Stanford Law & Policy Review
This essay argues that the most salient feature to emerge in the first decade of the Roberts Court’s law and religion jurisprudence is the contraction of the constitutional law of religious freedom. It illustrates that contraction in three ways.
First, contraction of judicial review. Only once has the Roberts Court exercised the power of judicial review to strike down federal, state, or local legislation, policies, or practices on the ground that they violate the Free Exercise or Establishment Clauses. In this constitutional context the Court has been nearly uniformly deferential to government laws and policies. That distinguishes it from its two predecessors — the Rehnquist and Burger Courts — both of which exercised judicial review more regularly.
Second, contraction in the range of voting patterns. The votes of the Justices in law and religion cases overwhelmingly are either unanimous or split 5-4, with relatively few separate dissents or concurrences expressing distinctive approaches, and with the split correlating with partisan political or ideological divisions. The “liberal” and “conservative” wings vote in bloc, and frequently reason in bloc as well. This again contrasts with the voting patterns of prior Courts in religious freedom cases.
Third, contraction in coverage. As a substantive matter, the Court is narrowing the religion clauses. Every member of the Court seems now to accept that Employment Division v. Smith properly interpreted the Free Exercise Clause. Matters are more complicated for the Establishment Clause, where there is far greater division among the Justices. Nevertheless, the essay claims that the Court is moving in a variety of ways toward a narrow interpretation of the Establishment Clause as well.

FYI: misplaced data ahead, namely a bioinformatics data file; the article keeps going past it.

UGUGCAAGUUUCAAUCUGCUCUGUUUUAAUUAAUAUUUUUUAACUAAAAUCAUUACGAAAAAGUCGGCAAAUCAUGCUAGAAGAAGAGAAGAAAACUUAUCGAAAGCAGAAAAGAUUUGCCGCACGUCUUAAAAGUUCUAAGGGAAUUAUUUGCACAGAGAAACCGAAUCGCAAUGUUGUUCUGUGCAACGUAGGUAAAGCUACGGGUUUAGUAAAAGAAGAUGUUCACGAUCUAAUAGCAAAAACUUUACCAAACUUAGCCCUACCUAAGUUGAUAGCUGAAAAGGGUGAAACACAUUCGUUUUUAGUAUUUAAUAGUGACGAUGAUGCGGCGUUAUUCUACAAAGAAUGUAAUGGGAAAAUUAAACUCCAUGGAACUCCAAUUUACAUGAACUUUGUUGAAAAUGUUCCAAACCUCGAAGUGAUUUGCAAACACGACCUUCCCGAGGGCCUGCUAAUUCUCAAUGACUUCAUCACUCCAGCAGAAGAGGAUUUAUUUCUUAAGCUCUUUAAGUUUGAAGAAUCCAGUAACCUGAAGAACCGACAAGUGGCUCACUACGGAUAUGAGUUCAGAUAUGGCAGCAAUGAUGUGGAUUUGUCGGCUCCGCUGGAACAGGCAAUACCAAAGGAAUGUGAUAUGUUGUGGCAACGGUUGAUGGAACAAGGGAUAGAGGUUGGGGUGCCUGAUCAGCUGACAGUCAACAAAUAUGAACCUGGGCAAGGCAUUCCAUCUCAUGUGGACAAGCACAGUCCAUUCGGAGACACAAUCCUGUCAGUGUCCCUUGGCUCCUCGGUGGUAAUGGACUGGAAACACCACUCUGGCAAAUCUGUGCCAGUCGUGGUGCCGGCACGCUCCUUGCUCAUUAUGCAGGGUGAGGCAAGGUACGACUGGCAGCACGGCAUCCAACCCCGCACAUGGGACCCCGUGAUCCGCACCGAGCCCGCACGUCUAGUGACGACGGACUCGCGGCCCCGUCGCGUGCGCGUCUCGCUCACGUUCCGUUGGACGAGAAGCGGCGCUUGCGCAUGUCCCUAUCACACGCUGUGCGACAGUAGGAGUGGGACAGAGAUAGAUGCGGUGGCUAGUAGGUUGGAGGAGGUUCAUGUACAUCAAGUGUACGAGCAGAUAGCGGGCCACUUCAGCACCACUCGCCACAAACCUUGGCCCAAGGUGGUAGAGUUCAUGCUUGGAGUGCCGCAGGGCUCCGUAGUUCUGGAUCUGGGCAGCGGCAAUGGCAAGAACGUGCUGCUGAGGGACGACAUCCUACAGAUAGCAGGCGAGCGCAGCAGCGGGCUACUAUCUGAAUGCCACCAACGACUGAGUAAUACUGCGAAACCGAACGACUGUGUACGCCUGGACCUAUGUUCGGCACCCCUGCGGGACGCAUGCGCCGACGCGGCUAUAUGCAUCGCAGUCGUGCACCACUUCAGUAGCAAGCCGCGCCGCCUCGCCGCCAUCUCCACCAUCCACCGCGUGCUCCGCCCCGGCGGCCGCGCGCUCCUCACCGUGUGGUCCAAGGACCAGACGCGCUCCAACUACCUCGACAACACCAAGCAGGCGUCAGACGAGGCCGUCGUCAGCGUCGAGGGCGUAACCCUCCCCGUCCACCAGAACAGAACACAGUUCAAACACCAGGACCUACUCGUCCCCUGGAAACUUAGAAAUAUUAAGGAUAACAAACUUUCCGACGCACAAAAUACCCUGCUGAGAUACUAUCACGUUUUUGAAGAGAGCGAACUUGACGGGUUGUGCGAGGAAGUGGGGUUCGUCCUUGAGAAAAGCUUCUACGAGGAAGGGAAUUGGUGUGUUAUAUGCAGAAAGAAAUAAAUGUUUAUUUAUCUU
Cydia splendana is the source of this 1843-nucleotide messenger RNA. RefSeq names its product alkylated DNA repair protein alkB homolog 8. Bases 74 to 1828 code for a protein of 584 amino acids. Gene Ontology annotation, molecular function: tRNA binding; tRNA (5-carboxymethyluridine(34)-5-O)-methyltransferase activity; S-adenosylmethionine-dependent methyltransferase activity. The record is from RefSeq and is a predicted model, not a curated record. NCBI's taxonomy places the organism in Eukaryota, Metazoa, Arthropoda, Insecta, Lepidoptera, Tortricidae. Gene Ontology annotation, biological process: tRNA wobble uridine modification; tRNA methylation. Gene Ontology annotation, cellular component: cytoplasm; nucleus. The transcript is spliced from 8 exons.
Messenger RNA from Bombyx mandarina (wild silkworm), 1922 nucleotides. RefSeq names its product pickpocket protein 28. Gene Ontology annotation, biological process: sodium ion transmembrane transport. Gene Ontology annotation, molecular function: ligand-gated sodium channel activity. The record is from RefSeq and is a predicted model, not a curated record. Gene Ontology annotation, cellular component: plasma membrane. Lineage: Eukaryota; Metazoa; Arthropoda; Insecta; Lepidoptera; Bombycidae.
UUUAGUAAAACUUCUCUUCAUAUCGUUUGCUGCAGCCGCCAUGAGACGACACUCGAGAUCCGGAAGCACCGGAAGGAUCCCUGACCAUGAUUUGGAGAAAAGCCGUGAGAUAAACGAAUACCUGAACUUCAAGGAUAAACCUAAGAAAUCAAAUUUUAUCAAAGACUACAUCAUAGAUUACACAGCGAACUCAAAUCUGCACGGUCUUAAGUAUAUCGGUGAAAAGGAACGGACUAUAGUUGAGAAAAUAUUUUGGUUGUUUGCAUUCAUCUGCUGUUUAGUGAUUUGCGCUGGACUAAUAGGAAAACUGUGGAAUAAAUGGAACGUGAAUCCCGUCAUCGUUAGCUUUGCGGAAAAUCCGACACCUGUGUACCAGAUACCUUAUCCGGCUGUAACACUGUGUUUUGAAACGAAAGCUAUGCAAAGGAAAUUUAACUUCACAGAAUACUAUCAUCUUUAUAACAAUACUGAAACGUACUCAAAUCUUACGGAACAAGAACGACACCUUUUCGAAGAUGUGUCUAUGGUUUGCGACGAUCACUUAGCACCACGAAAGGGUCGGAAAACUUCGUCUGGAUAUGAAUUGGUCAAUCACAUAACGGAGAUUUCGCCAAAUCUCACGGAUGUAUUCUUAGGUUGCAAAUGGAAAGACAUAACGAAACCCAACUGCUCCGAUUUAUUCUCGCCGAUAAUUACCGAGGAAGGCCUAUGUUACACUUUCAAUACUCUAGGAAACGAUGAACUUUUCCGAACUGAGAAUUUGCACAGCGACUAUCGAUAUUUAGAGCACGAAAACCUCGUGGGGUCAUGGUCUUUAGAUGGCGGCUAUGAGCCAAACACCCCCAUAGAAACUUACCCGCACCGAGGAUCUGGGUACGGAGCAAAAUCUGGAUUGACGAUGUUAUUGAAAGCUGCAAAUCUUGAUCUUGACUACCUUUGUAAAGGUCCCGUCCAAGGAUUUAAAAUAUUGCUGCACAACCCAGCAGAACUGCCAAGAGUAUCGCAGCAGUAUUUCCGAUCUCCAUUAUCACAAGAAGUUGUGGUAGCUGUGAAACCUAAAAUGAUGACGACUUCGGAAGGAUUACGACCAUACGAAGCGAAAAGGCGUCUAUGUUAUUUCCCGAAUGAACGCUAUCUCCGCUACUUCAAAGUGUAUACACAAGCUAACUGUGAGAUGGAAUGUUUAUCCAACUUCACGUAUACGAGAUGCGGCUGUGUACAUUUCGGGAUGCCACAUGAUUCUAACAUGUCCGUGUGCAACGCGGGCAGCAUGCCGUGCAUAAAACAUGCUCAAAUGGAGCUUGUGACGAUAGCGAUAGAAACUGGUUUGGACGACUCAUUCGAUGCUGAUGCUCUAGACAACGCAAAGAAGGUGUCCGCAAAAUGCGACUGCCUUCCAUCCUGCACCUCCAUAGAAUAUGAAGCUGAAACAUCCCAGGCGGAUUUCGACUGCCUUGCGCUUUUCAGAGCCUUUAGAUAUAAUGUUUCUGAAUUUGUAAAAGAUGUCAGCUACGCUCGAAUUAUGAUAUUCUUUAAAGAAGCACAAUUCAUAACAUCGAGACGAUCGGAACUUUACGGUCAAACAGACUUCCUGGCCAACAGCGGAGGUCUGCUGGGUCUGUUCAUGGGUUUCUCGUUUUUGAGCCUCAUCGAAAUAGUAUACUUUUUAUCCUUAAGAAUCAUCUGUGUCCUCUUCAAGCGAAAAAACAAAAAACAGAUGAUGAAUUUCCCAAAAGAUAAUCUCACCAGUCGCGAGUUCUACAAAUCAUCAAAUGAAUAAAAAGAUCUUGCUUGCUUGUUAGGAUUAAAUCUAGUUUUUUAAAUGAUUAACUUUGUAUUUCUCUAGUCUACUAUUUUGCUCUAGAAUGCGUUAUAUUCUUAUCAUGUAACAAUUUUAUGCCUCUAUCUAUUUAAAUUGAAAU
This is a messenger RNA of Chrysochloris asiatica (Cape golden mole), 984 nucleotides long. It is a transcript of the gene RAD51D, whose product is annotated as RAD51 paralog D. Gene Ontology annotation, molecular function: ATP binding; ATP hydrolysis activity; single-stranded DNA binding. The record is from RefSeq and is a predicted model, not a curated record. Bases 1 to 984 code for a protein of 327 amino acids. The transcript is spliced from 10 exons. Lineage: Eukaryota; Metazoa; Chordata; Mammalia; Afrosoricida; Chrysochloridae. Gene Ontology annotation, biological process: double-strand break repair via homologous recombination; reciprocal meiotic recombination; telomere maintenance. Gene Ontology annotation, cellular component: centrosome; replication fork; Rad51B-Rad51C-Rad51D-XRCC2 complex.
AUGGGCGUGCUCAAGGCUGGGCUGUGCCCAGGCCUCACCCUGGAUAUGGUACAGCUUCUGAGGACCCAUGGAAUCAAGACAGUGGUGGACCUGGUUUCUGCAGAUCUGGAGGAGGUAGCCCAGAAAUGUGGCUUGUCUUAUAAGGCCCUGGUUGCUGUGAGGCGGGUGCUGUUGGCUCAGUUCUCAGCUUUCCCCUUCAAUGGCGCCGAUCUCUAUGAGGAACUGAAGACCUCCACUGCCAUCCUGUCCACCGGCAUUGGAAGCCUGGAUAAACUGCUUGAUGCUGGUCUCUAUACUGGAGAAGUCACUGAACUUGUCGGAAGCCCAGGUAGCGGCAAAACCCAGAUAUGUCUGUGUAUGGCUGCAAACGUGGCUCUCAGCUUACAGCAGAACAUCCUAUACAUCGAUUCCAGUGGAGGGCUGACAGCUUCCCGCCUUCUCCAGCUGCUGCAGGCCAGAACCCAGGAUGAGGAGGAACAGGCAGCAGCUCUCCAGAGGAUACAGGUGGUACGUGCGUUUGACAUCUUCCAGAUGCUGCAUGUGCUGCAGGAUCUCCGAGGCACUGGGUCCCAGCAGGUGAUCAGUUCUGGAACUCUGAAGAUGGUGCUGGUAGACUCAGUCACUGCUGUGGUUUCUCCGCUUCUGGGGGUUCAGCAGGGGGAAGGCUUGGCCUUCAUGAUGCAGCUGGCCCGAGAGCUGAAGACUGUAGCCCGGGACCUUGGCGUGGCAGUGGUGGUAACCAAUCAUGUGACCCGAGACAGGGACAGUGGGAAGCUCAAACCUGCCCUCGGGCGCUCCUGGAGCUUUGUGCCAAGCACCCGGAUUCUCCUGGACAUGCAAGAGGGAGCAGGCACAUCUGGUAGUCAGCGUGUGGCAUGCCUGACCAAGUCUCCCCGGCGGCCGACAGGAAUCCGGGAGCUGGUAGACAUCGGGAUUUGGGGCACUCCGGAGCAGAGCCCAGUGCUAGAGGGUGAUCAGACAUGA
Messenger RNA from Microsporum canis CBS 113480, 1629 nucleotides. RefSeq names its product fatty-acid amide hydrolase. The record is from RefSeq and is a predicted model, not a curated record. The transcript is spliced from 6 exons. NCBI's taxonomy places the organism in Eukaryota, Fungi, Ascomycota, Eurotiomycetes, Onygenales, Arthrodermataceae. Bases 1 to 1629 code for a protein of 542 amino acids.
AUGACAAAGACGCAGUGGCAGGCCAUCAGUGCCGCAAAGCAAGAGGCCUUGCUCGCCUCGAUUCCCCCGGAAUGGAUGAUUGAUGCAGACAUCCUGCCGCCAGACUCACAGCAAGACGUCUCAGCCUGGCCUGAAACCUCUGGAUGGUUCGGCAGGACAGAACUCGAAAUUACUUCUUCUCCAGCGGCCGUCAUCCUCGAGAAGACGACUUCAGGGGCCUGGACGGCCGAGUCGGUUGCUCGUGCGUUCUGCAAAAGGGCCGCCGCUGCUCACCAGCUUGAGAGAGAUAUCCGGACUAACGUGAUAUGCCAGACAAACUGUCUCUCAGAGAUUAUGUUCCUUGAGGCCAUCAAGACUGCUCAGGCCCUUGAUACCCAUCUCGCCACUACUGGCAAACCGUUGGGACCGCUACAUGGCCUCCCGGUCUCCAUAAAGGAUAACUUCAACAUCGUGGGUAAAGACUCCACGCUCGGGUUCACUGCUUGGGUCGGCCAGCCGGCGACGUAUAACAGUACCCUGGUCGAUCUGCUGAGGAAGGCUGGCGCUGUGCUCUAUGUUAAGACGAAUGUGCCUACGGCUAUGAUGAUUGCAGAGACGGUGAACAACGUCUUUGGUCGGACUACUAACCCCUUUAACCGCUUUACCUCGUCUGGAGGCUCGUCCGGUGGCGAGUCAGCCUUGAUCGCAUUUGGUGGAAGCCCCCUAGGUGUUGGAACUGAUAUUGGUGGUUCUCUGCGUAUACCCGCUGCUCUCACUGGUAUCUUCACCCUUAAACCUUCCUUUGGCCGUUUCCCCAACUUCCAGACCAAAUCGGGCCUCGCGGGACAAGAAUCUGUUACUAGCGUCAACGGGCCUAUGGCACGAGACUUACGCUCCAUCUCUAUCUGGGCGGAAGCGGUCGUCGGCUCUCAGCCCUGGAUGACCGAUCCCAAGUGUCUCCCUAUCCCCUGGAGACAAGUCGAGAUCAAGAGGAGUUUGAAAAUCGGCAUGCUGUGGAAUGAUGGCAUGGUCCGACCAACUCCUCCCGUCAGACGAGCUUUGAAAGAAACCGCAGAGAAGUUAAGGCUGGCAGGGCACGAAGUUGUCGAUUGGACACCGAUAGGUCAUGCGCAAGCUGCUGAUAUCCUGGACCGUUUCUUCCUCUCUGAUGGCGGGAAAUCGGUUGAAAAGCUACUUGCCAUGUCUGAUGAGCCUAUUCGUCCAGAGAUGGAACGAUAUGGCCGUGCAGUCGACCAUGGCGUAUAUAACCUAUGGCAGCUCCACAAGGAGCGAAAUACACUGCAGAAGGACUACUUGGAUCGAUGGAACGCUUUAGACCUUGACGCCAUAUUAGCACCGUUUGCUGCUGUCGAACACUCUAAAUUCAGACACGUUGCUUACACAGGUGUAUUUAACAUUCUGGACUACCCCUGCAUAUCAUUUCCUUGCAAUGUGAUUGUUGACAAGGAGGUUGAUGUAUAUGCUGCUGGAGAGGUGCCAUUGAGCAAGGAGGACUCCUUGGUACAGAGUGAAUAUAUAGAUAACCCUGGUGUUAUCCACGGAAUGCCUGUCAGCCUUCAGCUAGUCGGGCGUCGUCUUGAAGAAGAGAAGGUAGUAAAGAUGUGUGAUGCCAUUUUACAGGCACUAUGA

Whether the Roberts Court’s contraction of the religion clauses, and its general preference for narrow readings of both, are positive developments will depend on one’s views about fundamental questions of constitutional interpretation. Yet there is a conceptual unity to the Court’s approach — logical and complementary, even if not inevitable: just as the Rehnquist Court narrowed the scope of constitutional protection for free exercise, so, too, is the Roberts Court narrowing the scope of constitutional prohibition under the Establishment Clause. In this corner of constitutional law, the Court is gradually withdrawing from the scene.